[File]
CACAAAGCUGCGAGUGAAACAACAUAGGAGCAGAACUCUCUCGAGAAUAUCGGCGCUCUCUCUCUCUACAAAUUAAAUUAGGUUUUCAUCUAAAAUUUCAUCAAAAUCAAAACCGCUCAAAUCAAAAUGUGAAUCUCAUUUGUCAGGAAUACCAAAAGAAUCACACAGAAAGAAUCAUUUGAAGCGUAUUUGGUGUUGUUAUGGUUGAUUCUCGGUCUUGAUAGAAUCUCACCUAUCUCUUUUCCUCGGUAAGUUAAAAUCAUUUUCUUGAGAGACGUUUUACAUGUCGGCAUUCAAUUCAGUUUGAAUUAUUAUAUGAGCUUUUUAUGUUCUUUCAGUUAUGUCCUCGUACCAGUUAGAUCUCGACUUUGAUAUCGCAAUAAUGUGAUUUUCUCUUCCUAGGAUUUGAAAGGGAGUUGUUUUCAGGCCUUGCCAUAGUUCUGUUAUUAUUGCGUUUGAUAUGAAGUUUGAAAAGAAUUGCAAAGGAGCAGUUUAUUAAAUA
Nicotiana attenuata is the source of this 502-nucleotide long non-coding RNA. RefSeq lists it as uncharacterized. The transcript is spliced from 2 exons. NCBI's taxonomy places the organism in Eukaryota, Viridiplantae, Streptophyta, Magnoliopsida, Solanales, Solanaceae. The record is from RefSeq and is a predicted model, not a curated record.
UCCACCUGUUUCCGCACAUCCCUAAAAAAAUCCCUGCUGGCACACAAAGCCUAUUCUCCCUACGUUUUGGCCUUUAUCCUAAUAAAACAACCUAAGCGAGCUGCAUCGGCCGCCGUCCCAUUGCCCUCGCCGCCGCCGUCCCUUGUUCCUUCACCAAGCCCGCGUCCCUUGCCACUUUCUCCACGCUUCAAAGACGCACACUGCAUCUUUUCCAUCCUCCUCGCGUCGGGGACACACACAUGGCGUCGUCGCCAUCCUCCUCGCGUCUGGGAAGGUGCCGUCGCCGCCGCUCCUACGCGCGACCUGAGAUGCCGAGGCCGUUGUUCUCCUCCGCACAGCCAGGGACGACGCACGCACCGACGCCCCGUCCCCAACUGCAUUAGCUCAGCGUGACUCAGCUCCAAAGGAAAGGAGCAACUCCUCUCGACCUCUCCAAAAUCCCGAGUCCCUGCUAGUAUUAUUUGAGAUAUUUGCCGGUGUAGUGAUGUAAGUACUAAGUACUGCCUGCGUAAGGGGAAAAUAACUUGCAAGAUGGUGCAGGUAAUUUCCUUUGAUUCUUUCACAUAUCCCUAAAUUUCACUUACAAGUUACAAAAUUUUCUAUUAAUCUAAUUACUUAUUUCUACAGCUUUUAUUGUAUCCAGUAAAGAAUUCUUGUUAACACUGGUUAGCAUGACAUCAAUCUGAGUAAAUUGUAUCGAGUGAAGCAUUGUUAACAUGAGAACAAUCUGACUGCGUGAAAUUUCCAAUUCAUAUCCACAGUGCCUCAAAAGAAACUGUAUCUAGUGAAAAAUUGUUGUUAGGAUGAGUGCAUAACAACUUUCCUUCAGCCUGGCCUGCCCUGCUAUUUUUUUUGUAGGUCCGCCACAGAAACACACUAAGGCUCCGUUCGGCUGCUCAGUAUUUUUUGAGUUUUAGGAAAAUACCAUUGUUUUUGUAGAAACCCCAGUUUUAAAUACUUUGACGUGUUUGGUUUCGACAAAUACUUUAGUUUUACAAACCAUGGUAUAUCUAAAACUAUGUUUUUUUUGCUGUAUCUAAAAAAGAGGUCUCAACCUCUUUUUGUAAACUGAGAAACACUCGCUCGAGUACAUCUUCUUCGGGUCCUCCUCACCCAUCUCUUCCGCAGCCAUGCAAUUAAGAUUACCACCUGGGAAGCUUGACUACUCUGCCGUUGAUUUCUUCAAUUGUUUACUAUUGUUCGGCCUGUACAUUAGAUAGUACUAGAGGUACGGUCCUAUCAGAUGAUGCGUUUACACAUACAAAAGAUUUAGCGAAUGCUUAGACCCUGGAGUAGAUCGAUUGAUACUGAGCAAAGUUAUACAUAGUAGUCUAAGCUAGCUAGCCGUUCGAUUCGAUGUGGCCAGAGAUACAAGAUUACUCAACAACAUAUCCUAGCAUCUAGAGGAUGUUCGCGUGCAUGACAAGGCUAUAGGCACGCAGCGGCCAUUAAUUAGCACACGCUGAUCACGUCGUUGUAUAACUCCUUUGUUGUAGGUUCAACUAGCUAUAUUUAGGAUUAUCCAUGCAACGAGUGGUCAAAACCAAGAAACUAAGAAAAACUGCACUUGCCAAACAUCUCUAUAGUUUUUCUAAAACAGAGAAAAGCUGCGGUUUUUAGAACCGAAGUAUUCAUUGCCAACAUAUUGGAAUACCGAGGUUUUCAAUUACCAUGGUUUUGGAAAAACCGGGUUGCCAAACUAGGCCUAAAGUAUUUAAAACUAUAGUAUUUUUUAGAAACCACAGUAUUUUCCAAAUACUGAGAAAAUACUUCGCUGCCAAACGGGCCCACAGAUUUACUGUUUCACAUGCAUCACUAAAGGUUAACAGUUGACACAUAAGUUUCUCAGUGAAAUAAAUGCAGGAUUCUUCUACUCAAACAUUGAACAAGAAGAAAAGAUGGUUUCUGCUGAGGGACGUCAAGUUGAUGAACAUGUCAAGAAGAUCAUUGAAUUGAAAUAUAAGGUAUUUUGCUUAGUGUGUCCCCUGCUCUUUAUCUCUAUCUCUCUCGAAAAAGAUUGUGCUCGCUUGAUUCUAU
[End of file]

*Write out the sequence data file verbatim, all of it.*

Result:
CACAAAGCUGCGAGUGAAACAACAUAGGAGCAGAACUCUCUCGAGAAUAUCGGCGCUCUCUCUCUCUACAAAUUAAAUUAGGUUUUCAUCUAAAAUUUCAUCAAAAUCAAAACCGCUCAAAUCAAAAUGUGAAUCUCAUUUGUCAGGAAUACCAAAAGAAUCACACAGAAAGAAUCAUUUGAAGCGUAUUUGGUGUUGUUAUGGUUGAUUCUCGGUCUUGAUAGAAUCUCACCUAUCUCUUUUCCUCGGUAAGUUAAAAUCAUUUUCUUGAGAGACGUUUUACAUGUCGGCAUUCAAUUCAGUUUGAAUUAUUAUAUGAGCUUUUUAUGUUCUUUCAGUUAUGUCCUCGUACCAGUUAGAUCUCGACUUUGAUAUCGCAAUAAUGUGAUUUUCUCUUCCUAGGAUUUGAAAGGGAGUUGUUUUCAGGCCUUGCCAUAGUUCUGUUAUUAUUGCGUUUGAUAUGAAGUUUGAAAAGAAUUGCAAAGGAGCAGUUUAUUAAAUA
Nicotiana attenuata is the source of this 502-nucleotide long non-coding RNA. RefSeq lists it as uncharacterized. The transcript is spliced from 2 exons. NCBI's taxonomy places the organism in Eukaryota, Viridiplantae, Streptophyta, Magnoliopsida, Solanales, Solanaceae. The record is from RefSeq and is a predicted model, not a curated record.
UCCACCUGUUUCCGCACAUCCCUAAAAAAAUCCCUGCUGGCACACAAAGCCUAUUCUCCCUACGUUUUGGCCUUUAUCCUAAUAAAACAACCUAAGCGAGCUGCAUCGGCCGCCGUCCCAUUGCCCUCGCCGCCGCCGUCCCUUGUUCCUUCACCAAGCCCGCGUCCCUUGCCACUUUCUCCACGCUUCAAAGACGCACACUGCAUCUUUUCCAUCCUCCUCGCGUCGGGGACACACACAUGGCGUCGUCGCCAUCCUCCUCGCGUCUGGGAAGGUGCCGUCGCCGCCGCUCCUACGCGCGACCUGAGAUGCCGAGGCCGUUGUUCUCCUCCGCACAGCCAGGGACGACGCACGCACCGACGCCCCGUCCCCAACUGCAUUAGCUCAGCGUGACUCAGCUCCAAAGGAAAGGAGCAACUCCUCUCGACCUCUCCAAAAUCCCGAGUCCCUGCUAGUAUUAUUUGAGAUAUUUGCCGGUGUAGUGAUGUAAGUACUAAGUACUGCCUGCGUAAGGGGAAAAUAACUUGCAAGAUGGUGCAGGUAAUUUCCUUUGAUUCUUUCACAUAUCCCUAAAUUUCACUUACAAGUUACAAAAUUUUCUAUUAAUCUAAUUACUUAUUUCUACAGCUUUUAUUGUAUCCAGUAAAGAAUUCUUGUUAACACUGGUUAGCAUGACAUCAAUCUGAGUAAAUUGUAUCGAGUGAAGCAUUGUUAACAUGAGAACAAUCUGACUGCGUGAAAUUUCCAAUUCAUAUCCACAGUGCCUCAAAAGAAACUGUAUCUAGUGAAAAAUUGUUGUUAGGAUGAGUGCAUAACAACUUUCCUUCAGCCUGGCCUGCCCUGCUAUUUUUUUUGUAGGUCCGCCACAGAAACACACUAAGGCUCCGUUCGGCUGCUCAGUAUUUUUUGAGUUUUAGGAAAAUACCAUUGUUUUUGUAGAAACCCCAGUUUUAAAUACUUUGACGUGUUUGGUUUCGACAAAUACUUUAGUUUUACAAACCAUGGUAUAUCUAAAACUAUGUUUUUUUUGCUGUAUCUAAAAAAGAGGUCUCAACCUCUUUUUGUAAACUGAGAAACACUCGCUCGAGUACAUCUUCUUCGGGUCCUCCUCACCCAUCUCUUCCGCAGCCAUGCAAUUAAGAUUACCACCUGGGAAGCUUGACUACUCUGCCGUUGAUUUCUUCAAUUGUUUACUAUUGUUCGGCCUGUACAUUAGAUAGUACUAGAGGUACGGUCCUAUCAGAUGAUGCGUUUACACAUACAAAAGAUUUAGCGAAUGCUUAGACCCUGGAGUAGAUCGAUUGAUACUGAGCAAAGUUAUACAUAGUAGUCUAAGCUAGCUAGCCGUUCGAUUCGAUGUGGCCAGAGAUACAAGAUUACUCAACAACAUAUCCUAGCAUCUAGAGGAUGUUCGCGUGCAUGACAAGGCUAUAGGCACGCAGCGGCCAUUAAUUAGCACACGCUGAUCACGUCGUUGUAUAACUCCUUUGUUGUAGGUUCAACUAGCUAUAUUUAGGAUUAUCCAUGCAACGAGUGGUCAAAACCAAGAAACUAAGAAAAACUGCACUUGCCAAACAUCUCUAUAGUUUUUCUAAAACAGAGAAAAGCUGCGGUUUUUAGAACCGAAGUAUUCAUUGCCAACAUAUUGGAAUACCGAGGUUUUCAAUUACCAUGGUUUUGGAAAAACCGGGUUGCCAAACUAGGCCUAAAGUAUUUAAAACUAUAGUAUUUUUUAGAAACCACAGUAUUUUCCAAAUACUGAGAAAAUACUUCGCUGCCAAACGGGCCCACAGAUUUACUGUUUCACAUGCAUCACUAAAGGUUAACAGUUGACACAUAAGUUUCUCAGUGAAAUAAAUGCAGGAUUCUUCUACUCAAACAUUGAACAAGAAGAAAAGAUGGUUUCUGCUGAGGGACGUCAAGUUGAUGAACAUGUCAAGAAGAUCAUUGAAUUGAAAUAUAAGGUAUUUUGCUUAGUGUGUCCCCUGCUCUUUAUCUCUAUCUCUCUCGAAAAAGAUUGUGCUCGCUUGAUUCUAU